Prof Hilbourne Watson in his capacity as a member of the online think tank, Caribbean Dialogues, responds to Dr Judith Soares’ article Religion as Gender Ideology
Judith Soares must not have read Frederick Engels’ ‘The Origins of the Family, Private Property and the State’. Soares raises a number of plausible arguments about religion and the oppression of women and she discovers evidence in the “Holy Bible” to support her argument. She turns around and draws on the same “Holy Bible” to discover a “revolutionary” tradition which she associates with themes from the Old and New Testaments.
It turns out that Soares is a very confused individual who uses a positivist interpretation of history via an undialectical analysis to situate her criticism, considering that she is unable to raise her argument to the level of critique. She has to settle for describing a linear patriarchal order that oppresses all women in more or less uniform ways.
Women, for her, represent a universal category beyond the reach of actual history. She mentions maverick females from the Old and New Testament. However, she does not manage to introduce the class relations within which the particular groups of women were situated historically.
She does not seem to appreciate that the two strands of her argument do not express differences of kind but differences of degree. She ends up with an empty category called women and she fosters the distinct impression that the dominant contradiction has been between the sexes: in this way sex and gender take the place of class. She pretends to be advancing a critique of religion as a gender ideology, however she ends up relocating women within the same crucible of religion to discover their potential for liberation. There is no comprehension of religion beyond its ideological function – considering that everything she says turns on the ideological functions of religion.
Since she is consumed by religion as the ideology that sanctions the universal oppression of women by men-only Jesus manages to appreciate women in non-patriarchal ways-she cannot discover any form of class struggles and any of the ways that certain strata of women have more in common with certain men in terms of class. Soares therefore fails to explain how certain members of an oppressed group can function as exploiters and oppressors of other members of the same group s well as other groups (men).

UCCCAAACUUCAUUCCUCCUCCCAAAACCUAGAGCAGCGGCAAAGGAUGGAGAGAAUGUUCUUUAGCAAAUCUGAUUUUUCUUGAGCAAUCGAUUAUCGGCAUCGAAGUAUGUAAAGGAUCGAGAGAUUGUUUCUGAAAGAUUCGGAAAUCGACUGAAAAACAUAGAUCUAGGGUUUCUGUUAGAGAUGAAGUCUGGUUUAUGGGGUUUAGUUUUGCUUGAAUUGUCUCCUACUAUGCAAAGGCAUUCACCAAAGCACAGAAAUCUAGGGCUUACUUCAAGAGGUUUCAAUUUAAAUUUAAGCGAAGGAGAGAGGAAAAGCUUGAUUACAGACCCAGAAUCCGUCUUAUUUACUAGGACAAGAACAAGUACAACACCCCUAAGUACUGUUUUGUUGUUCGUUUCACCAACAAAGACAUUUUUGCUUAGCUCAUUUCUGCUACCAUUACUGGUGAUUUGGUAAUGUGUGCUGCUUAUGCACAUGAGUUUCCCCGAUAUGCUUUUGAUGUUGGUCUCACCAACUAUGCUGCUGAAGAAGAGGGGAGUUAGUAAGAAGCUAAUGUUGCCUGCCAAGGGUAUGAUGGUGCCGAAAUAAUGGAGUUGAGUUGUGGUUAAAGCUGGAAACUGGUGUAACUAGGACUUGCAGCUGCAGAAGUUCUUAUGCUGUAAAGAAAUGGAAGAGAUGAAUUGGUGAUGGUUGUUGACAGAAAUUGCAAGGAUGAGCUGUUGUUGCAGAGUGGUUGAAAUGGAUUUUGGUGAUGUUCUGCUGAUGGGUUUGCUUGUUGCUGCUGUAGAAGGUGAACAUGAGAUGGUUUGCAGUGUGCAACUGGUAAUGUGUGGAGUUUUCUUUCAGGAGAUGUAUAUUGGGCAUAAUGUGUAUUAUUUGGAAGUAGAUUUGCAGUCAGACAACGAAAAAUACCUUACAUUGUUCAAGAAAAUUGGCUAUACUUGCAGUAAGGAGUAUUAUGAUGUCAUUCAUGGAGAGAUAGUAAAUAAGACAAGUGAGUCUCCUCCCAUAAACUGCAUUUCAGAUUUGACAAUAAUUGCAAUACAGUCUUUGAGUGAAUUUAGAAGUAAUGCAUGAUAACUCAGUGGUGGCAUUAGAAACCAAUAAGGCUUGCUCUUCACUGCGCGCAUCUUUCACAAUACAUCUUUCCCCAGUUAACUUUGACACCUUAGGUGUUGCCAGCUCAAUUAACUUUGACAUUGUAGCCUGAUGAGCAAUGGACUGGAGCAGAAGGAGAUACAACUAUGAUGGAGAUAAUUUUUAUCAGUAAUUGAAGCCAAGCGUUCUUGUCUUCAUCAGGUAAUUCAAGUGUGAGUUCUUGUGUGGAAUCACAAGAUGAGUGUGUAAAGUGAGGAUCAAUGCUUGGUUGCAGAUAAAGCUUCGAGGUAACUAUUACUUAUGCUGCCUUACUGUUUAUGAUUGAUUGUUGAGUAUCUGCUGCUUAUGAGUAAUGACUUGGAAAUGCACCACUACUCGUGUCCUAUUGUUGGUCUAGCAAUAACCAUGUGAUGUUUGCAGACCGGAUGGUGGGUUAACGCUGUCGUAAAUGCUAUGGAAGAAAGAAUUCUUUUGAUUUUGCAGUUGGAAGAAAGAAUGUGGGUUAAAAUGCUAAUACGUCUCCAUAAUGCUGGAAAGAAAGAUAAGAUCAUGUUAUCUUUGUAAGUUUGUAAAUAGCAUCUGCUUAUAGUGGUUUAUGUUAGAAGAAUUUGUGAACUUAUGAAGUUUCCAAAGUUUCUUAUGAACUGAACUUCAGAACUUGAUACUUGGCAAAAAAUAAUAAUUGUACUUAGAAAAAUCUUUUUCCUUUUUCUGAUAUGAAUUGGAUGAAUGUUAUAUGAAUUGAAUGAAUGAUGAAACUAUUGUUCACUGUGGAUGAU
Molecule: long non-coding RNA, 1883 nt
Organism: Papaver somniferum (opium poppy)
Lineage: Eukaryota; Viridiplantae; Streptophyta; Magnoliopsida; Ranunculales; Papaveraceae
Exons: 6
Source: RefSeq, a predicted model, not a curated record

There is evidence of a lack of historical comprehension of the subject she discusses with special reference to the more general role of religion in society, so one must necessarily ask why Soares believes the liberation of women lies in having women cling to the evidence she finds of female heroines in the Old Testament and New Testaments.
Does this engender the liberation of women or does it integrate women with the same social relations of exploitation that are mediated by oppression and obscurantism? In the end does Soares elevate women above patriarchy and free them from the evil of patriarchal ideology? Not at all! She never tells us how the domination of women was central to the exploitation of labour and how it sanctioned and masked exploitation in oppressive practices.
In Caribbean societies – like Jamaica, Barbados and several others – there is a deafening call for ‘rechristianizing’ society to stem the collapse of morals, the crisis of authority and the deterioration of the youth culture. If Soares believes the liberation of women as a group can be found in certain religious injunctions what does this tell us about the religious strategy and the fact that, if it could be implemented as she might imagine, it would also reinforce a patriarchal order and reinforce the subjection of women rather than foster their liberation according to her idealistic, romantic and fanciful assumptions?
Are we not being told that the crisis in society today also revolves around the absence of men to play their proper role in society and in households? Isn’t this also part of the more universal religious injunction? How might Soares respond to this conundrum?
Hilbourne A. Watson, Professor of International Relations, Bucknell University.